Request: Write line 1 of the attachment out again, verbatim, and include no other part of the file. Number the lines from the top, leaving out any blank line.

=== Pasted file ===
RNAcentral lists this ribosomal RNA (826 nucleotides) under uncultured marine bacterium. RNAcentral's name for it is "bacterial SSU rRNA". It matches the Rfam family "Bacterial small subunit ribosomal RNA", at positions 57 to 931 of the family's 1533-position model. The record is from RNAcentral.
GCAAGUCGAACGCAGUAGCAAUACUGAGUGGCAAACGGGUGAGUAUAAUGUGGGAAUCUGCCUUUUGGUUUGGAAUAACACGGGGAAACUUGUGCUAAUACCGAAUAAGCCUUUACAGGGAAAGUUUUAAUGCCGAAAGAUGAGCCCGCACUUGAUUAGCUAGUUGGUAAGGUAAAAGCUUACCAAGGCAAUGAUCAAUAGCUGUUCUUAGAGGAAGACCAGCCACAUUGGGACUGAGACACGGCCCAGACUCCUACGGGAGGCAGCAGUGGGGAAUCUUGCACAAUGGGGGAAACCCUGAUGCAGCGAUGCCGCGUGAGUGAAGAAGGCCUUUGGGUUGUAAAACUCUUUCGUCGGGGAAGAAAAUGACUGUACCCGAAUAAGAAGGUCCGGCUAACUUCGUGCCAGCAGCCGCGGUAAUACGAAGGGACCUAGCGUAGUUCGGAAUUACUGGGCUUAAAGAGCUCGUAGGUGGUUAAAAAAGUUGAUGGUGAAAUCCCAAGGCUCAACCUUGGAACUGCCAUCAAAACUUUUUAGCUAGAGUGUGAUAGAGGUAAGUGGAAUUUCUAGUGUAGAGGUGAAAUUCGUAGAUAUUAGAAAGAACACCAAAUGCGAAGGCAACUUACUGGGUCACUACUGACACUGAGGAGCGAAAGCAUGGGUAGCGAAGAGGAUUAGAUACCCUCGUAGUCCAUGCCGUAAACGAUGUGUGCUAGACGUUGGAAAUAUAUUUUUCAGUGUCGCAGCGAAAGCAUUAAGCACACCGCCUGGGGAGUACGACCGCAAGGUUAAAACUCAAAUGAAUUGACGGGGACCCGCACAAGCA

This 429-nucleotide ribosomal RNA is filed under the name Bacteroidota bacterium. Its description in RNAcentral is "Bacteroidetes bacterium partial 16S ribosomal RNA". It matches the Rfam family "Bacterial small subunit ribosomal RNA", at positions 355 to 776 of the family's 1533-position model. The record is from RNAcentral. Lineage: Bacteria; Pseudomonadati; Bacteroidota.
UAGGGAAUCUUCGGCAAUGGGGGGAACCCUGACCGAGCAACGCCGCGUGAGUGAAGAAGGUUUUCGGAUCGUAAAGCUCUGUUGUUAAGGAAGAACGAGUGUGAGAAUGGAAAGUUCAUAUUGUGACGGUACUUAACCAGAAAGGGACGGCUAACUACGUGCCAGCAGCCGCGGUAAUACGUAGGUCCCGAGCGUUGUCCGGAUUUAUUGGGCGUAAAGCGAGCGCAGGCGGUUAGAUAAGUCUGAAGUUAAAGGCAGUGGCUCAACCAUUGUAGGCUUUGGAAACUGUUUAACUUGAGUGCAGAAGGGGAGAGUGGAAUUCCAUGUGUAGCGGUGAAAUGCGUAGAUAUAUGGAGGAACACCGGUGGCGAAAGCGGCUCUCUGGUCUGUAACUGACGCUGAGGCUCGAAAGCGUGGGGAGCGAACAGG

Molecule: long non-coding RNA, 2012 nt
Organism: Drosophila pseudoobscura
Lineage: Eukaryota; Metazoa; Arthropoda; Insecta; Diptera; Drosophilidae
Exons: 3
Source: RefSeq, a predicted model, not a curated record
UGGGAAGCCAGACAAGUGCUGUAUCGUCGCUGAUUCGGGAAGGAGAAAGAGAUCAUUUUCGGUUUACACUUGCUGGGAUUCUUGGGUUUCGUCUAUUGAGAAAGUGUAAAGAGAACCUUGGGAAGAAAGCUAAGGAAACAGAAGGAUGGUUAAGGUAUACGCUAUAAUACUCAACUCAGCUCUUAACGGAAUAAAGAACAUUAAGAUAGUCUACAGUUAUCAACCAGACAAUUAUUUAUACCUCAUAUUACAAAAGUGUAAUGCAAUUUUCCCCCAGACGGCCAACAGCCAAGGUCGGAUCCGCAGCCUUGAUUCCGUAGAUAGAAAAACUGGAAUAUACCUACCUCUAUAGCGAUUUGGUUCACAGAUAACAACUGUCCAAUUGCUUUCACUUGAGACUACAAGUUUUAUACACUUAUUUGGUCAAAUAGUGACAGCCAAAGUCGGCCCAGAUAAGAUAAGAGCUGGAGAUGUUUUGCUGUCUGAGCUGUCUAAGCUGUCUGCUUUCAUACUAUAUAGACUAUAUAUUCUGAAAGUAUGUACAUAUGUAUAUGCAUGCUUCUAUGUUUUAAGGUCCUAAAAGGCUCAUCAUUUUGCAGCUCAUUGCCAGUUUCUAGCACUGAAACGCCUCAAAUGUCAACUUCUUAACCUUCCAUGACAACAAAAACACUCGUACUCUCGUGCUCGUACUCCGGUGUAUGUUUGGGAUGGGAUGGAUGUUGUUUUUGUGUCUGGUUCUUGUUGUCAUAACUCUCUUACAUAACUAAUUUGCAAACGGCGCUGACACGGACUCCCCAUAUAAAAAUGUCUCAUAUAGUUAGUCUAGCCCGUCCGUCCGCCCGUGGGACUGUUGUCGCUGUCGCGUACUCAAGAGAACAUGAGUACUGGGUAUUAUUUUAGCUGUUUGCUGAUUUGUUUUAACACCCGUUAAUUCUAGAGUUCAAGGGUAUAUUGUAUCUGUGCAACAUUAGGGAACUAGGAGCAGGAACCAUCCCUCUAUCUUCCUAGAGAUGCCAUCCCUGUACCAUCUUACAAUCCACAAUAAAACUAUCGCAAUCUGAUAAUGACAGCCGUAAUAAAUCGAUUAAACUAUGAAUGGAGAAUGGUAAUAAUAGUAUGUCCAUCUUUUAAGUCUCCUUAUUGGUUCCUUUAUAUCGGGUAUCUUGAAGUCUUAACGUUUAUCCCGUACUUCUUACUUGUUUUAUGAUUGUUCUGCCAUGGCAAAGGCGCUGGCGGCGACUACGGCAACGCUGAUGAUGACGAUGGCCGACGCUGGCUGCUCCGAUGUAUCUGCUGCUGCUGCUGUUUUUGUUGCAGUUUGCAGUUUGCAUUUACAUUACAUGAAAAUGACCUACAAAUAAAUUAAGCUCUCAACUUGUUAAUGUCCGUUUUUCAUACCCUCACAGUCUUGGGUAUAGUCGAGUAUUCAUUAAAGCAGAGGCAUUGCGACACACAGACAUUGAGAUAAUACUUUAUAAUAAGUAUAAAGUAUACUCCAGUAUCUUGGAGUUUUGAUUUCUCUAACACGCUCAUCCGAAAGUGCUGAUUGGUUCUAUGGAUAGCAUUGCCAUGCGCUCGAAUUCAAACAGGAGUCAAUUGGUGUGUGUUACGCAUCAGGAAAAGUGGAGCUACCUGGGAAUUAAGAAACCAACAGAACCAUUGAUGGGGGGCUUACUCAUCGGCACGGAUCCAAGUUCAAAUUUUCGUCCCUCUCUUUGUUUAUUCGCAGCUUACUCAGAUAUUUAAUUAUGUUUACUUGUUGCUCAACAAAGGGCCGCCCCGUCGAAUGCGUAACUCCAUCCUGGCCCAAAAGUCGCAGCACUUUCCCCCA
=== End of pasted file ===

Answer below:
RNAcentral lists this ribosomal RNA (826 nucleotides) under uncultured marine bacterium. RNAcentral's name for it is "bacterial SSU rRNA". It matches the Rfam family "Bacterial small subunit ribosomal RNA", at positions 57 to 931 of the family's 1533-position model. The record is from RNAcentral.